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Reporters Roundtable: From Saskatchewan to Montana

On today's Reporters' Roundtable Priscilla Wolf and Bernie Azure are updating us on the stories they're covering in Canada's rural areas as well as in and around the Flathead Indian reservation in Montana

It's Friday and you know what that means. It's time for our Reporters' Roundtable!

Today we're joined by Priscilla Wolf. She's a correspondent for the Aboriginal Peoples Television Network based in Saskatchewan, Canada.

And also joining the newscast is Bernie Azure, he's the assistant editor for the Char-Koosta News in Pablo Montana. They cover the swath of news in and around the Flathead Indian reservation .

Some quotes from today's show

Priscilla Wolf:

"The province that I'm in, Saskatoon, Saskatchewan, if you look at that Canadian map, we're right in the middle. And our province is about the size of Texas, and it's pretty small. There's less than 2 million people here, and we haven't been hit as hard as the rest of the provinces or some of the provinces we're neighboring. We're averaging about 230 COVID cases a day here in the province. And we do have over 70 First Nations here in our province. And some of them are very Northern and when COVID hits there, it really affects our communities. And one case can turn into a hundred within a couple of weeks."

"I'm going to have to do a follow-up with them. I know that there was a lot of bottled water that was taken to the community. They were trying to fix their water treatment plant. And the thing about Fond-Du-Lac is where I am right now, which is the middle of Saskatchewan. So let's say I'm here, they're way up here. So there are about 850 kilometers from us, which would be also a fly-in community. So they're very remote. They're very isolated and to not have running water when they have COVID in the community is very dangerous, especially for the elderly people. So I will definitely be doing a follow-up but at the moment they have been talking to our government about getting help about getting the water treatment plant up and running."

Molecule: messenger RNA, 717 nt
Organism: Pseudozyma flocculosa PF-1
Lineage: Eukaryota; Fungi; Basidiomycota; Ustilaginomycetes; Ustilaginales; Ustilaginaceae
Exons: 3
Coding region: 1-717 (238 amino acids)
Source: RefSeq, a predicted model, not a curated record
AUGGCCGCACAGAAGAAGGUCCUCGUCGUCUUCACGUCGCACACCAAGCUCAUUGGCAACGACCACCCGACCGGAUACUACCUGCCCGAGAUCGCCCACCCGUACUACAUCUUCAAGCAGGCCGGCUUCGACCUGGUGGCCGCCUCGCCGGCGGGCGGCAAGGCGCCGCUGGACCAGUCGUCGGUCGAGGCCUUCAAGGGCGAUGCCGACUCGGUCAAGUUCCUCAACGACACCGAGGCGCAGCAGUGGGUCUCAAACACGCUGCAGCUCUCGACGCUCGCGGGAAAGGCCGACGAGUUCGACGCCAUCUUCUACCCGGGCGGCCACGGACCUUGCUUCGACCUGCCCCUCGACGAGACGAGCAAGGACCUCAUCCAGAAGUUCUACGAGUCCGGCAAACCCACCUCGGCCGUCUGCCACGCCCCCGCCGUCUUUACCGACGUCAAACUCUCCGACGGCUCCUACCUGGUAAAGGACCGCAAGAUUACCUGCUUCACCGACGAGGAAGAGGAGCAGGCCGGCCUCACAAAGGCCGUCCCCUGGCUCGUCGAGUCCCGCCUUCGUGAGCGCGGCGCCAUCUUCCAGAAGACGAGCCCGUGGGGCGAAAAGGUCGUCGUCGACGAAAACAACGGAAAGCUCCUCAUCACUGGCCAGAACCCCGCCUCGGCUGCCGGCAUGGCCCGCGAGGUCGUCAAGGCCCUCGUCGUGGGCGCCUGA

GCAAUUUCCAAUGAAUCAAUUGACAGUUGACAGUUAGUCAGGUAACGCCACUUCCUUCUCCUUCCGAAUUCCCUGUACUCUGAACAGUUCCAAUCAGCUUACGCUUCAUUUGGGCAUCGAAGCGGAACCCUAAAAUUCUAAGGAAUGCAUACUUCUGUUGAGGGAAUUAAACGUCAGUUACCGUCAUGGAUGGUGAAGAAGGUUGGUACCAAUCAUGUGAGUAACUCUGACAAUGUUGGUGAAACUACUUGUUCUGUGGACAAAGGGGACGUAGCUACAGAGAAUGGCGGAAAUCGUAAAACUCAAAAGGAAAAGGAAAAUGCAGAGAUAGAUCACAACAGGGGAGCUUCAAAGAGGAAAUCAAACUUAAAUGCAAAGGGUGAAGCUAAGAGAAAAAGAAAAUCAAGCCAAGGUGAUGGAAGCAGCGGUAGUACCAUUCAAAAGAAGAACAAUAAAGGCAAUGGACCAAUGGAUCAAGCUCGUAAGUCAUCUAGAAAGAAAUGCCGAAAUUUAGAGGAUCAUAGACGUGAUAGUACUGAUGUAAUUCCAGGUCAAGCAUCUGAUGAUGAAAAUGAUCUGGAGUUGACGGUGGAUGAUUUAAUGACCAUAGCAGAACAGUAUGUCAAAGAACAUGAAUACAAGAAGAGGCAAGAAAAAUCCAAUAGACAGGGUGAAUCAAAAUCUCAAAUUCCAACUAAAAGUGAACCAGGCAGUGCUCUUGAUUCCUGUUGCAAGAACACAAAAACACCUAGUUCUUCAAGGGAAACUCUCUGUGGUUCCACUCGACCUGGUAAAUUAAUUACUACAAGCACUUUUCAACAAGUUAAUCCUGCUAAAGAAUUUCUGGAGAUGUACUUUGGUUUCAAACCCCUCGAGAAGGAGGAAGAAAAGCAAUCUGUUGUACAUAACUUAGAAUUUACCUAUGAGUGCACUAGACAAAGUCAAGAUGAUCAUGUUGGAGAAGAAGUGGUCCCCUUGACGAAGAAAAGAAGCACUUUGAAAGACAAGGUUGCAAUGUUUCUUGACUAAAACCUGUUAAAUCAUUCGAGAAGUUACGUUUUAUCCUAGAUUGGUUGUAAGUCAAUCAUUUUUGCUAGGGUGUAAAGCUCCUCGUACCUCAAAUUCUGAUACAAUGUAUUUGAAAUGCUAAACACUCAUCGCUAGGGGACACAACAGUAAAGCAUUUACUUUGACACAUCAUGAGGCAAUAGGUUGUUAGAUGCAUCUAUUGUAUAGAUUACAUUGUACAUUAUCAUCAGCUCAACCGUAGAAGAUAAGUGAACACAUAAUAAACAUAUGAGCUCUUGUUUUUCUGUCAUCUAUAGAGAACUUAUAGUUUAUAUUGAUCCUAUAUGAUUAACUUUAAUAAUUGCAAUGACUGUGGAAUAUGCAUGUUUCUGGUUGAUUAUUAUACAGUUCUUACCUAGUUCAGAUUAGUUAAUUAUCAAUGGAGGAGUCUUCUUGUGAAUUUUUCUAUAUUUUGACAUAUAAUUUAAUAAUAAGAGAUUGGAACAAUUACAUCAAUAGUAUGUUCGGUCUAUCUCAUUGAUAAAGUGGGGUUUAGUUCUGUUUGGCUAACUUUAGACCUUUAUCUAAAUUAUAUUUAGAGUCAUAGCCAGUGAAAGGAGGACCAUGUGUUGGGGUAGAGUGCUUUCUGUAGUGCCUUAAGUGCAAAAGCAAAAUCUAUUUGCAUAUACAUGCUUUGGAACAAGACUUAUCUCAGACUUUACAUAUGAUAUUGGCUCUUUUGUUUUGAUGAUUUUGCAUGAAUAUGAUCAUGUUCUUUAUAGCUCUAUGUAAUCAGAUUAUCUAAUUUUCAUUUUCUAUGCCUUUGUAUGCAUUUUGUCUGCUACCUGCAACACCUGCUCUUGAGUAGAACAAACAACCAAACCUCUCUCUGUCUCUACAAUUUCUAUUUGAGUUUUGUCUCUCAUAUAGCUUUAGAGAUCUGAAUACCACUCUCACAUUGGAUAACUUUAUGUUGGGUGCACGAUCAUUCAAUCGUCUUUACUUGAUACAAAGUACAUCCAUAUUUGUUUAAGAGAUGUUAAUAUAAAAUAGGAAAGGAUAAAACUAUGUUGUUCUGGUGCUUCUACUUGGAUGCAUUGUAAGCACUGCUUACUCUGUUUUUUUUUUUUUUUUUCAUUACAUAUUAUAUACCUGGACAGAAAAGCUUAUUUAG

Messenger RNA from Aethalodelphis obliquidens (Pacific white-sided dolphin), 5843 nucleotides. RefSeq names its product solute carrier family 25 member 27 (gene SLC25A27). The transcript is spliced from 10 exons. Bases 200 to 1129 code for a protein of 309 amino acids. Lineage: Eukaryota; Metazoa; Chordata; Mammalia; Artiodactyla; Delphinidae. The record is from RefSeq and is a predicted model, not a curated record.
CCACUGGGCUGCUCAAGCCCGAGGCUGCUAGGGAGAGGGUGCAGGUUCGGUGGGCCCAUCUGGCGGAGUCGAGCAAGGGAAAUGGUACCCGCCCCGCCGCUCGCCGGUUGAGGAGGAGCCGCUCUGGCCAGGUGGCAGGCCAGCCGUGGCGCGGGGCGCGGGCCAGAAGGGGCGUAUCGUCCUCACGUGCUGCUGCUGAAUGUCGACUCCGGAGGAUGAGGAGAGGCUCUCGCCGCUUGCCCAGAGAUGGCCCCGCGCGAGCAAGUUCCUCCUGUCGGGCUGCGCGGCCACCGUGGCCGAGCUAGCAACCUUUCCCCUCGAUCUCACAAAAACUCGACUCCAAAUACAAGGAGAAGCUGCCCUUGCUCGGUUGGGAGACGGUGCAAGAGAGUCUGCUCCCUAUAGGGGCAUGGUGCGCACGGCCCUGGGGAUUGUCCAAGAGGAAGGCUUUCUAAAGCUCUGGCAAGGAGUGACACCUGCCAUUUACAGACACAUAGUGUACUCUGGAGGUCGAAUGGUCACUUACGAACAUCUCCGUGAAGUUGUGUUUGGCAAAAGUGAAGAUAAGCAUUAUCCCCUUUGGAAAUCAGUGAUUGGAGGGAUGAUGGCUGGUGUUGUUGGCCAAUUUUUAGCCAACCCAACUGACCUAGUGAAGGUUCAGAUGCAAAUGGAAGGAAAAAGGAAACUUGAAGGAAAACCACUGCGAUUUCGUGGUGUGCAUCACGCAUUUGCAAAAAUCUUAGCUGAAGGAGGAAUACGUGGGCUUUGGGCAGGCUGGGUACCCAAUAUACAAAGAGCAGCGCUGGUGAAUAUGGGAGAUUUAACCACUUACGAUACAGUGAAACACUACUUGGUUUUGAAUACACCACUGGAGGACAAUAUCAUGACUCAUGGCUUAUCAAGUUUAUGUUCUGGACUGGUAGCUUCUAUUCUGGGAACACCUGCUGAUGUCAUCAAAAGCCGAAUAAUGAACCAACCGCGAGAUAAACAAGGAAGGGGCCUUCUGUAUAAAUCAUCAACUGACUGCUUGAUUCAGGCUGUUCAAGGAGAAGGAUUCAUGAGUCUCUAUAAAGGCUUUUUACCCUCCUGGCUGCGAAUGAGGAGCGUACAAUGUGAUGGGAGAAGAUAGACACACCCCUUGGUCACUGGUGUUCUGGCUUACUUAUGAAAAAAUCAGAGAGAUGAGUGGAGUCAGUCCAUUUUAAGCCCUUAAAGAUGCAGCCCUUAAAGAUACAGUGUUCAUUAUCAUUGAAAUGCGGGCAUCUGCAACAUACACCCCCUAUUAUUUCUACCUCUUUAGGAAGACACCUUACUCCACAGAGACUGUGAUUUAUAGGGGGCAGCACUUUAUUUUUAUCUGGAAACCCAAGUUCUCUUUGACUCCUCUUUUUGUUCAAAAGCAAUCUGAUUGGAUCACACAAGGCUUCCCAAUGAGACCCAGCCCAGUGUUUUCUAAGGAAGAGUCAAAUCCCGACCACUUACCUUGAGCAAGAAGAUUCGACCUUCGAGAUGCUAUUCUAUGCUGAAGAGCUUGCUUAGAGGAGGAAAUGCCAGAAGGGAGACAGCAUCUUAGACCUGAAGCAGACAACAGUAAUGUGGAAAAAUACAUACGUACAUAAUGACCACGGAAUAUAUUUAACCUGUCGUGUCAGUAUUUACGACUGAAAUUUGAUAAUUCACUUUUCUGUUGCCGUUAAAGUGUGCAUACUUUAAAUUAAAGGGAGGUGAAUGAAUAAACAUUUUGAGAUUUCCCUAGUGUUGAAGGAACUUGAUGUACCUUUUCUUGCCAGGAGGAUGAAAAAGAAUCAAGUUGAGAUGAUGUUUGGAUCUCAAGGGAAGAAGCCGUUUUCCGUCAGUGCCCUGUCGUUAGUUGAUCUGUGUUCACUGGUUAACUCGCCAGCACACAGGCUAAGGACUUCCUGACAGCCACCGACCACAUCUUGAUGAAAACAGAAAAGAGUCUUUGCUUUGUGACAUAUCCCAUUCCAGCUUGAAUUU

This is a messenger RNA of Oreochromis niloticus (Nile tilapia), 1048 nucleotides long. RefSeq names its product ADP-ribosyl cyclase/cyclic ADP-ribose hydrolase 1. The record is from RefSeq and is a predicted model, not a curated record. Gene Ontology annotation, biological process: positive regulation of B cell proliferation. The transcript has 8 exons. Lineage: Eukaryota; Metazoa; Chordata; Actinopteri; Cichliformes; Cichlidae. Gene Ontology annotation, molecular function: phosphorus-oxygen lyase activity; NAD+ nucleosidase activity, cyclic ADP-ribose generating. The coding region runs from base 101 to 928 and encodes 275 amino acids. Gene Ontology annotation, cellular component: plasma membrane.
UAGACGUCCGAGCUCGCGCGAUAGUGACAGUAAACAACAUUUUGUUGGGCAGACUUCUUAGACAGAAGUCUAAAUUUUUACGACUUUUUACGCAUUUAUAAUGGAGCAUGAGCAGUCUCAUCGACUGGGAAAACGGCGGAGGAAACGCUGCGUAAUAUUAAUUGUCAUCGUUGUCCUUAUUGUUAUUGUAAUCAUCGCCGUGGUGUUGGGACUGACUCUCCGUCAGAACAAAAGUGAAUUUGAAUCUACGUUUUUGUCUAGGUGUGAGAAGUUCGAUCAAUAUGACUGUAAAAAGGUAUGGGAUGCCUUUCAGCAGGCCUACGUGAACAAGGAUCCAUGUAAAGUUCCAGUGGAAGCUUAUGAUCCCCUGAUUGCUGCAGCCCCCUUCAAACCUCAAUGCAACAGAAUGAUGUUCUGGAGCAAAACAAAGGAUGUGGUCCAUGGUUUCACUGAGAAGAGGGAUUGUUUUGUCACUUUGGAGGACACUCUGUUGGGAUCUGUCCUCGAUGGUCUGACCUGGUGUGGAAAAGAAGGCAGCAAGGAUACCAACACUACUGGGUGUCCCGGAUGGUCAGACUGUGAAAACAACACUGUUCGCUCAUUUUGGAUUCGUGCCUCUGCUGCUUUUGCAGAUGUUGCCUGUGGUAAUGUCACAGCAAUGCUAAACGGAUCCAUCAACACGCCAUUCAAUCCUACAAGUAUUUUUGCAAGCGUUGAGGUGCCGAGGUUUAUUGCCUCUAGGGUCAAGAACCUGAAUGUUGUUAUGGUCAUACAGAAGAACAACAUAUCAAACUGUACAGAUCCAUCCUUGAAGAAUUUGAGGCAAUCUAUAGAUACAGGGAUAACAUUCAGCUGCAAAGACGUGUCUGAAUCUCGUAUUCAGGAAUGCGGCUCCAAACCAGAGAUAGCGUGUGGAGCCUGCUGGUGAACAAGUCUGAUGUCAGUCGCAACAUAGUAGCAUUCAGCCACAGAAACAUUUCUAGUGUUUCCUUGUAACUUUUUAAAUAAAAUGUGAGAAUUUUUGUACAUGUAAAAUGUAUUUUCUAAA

"They did call a state of emergency about the beginning of November. And it wasn't that long that it wasn't running, but it hasn't been running properly for a little bit. And it sounds like it's also old as well. We do have a lot of communities across the country that have the same kind of issues. The problem is it's COVID, and this is very isolated and up North. So it's hard to fix during this time."

Bernie Azure:

"Just like everywhere else, the case rates have shot up dramatically lately. Everything was on the down load till about the 4th of July and everybody got out and that gave the first uptick. And then just within the last month, it's just really shot up terribly. And the tribes have, have had a very good COVID response set up and funding and related to that. And they really on top of this thing, big time from my perspective"

"In May, they had workers who could work out of home and just furloughed or the ones that couldn't but they were kept paid and stuff and they called everybody back about the end of July or August, excuse me, the first part of August. And everybody went back, the essential workers were always there, but then the other folks went back then. And that's when also the another uptick started about then."

"Well, some of the schools do the 50/50 kind of thing where they do have the classes two days in school and then the two days out of school, then the other half, they vice versa that. But what with the uptick they've had they’ve had momentary shut downs, like five or six days, and then they come back to full school. Also, everyone has a choice of homeschool and a lot of people take advantage of that."

Patty Talahongva, Hopi, is executive producer of Indian Country Today. She is also the anchor of the weekday newscast. Follow her on Twitter: @WiteSpider.

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